Airport Ad Contract Bidder Takes Case To Federal Court

Kirsten Tagami, Atlanta Journal-Constitution, Nov. 4

For more than a year and a half, Atlanta-based Corey Airport Services has fought City Hall over what it says were unfair practices in the award of an airport advertising contract.

Now the company’s making a federal case of it.

Corey lawyer Mike Bowers, the former Georgia attorney general, held a news conference Thursday on the steps of Atlanta City Hall to announce a federal lawsuit alleging illegal bid-rigging and favoritism for a political insider.

Behind him were a dozen employees, friends and relatives of company owner Bill Corey. They carried bright yellow picket signs urging people to call a toll-free number (1-800-77-Corey) to report corruption at the Atlanta airport. The calls go to a Corey employee.

Meanwhile, Corey was installing a billboard along the Downtown Connector to trumpet the same number.

The lawsuit names Mayor Shirley Franklin, more than a dozen other city officials and the team that won the bid, Clear Channel Airports and its politically connected minority partner, Barbara Fouch. A longtime friend of the late former Mayor Maynard Jackson, Fouch has held a 30 percent stake in the airport’s indoor billboards since 1981.

The city certified Fouch as a “disadvantaged business enterprise,” or DBE—a key to winning airport contracts. But Corey contends Fouch, who owns a large Beverly Hills, Calif., advertising firm, is far too wealthy to be considered disadvantaged.

“She’s no more a DBE than I am, and I make a ton of money now that I’ve gotten out of politics,” Bowers said.

Corey is fighting the contract award on several fronts. In one recent legal victory, Bowers obtained Fouch’s tax records to help make Corey’s case, but he cannot make them public.

Corey first protested the selection of the Clear Channel-Fouch team in an administrative hearing that was appealed to Fulton Superior Court. In that case, Corey is asking to be awarded the contract, expected to generate about $9 million a year.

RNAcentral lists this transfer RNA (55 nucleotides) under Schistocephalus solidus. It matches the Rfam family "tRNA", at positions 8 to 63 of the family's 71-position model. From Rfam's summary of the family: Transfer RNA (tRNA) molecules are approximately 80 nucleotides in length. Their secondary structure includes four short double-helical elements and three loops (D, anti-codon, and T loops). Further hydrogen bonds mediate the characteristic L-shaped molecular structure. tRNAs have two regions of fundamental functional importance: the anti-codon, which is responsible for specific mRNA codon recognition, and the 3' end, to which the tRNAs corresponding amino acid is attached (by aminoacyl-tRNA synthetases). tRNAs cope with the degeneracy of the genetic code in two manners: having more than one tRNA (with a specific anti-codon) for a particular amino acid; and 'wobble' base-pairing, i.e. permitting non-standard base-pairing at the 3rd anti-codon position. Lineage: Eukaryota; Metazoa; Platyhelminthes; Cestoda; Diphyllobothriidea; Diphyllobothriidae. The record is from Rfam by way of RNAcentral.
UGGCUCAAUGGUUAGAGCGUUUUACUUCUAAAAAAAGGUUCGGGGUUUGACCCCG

In the federal case, Corey seeks unspecified money damages and a court order preventing Atlanta officials from discriminating against the company in the future.

Franklin, in a statement issued Thursday, said the lawsuit is “without merit. As is my policy and practice, I personally did not play any role in the bid review and award of this contract.”

Franklin characterized Corey’s suit as an attack on affirmative action and said she is committed to “upholding the principles of affirmative action promoting bidding opportunities in the city of Atlanta for women, minorities and disadvantaged business owners for all those who are qualified and capable.”

Both teams that bid for the airport advertising contract partnered with companies owned by African-American women. Corey’s partner is Sydney Baxter & Co., which also was certified by the city as a disadvantaged business enterprise.

Although Corey’s team offered a higher minimum guaranteed payment to the city, a city evaluation panel chose the Clear Channel-Fouch team based on experience and other factors.

While much of Corey’s case has been aired before, the federal suit goes into more detail about the alleged conduct of some city officials. It claims, for instance, that a senior contracting officer improperly communicated with Fouch during the bidding process, including sending a four-page fax. The contents of the fax remain a mystery; Corey was only able to obtain a dated cover sheet.

The suit also claims that after city officials selected Clear Channel as the winner, they illegally met with the Clear Channel team to get it to increase its bid. Officials then revealed Corey’s financial proposal in the meeting, in violation of city code and the bid documents, the suit says.

Corey is one of four divisions of Bill Corey’s Atlanta-based US Enterprises. Clear Channel Airports is based in Chicago and owned by media giant Clear Channel Communications Inc.

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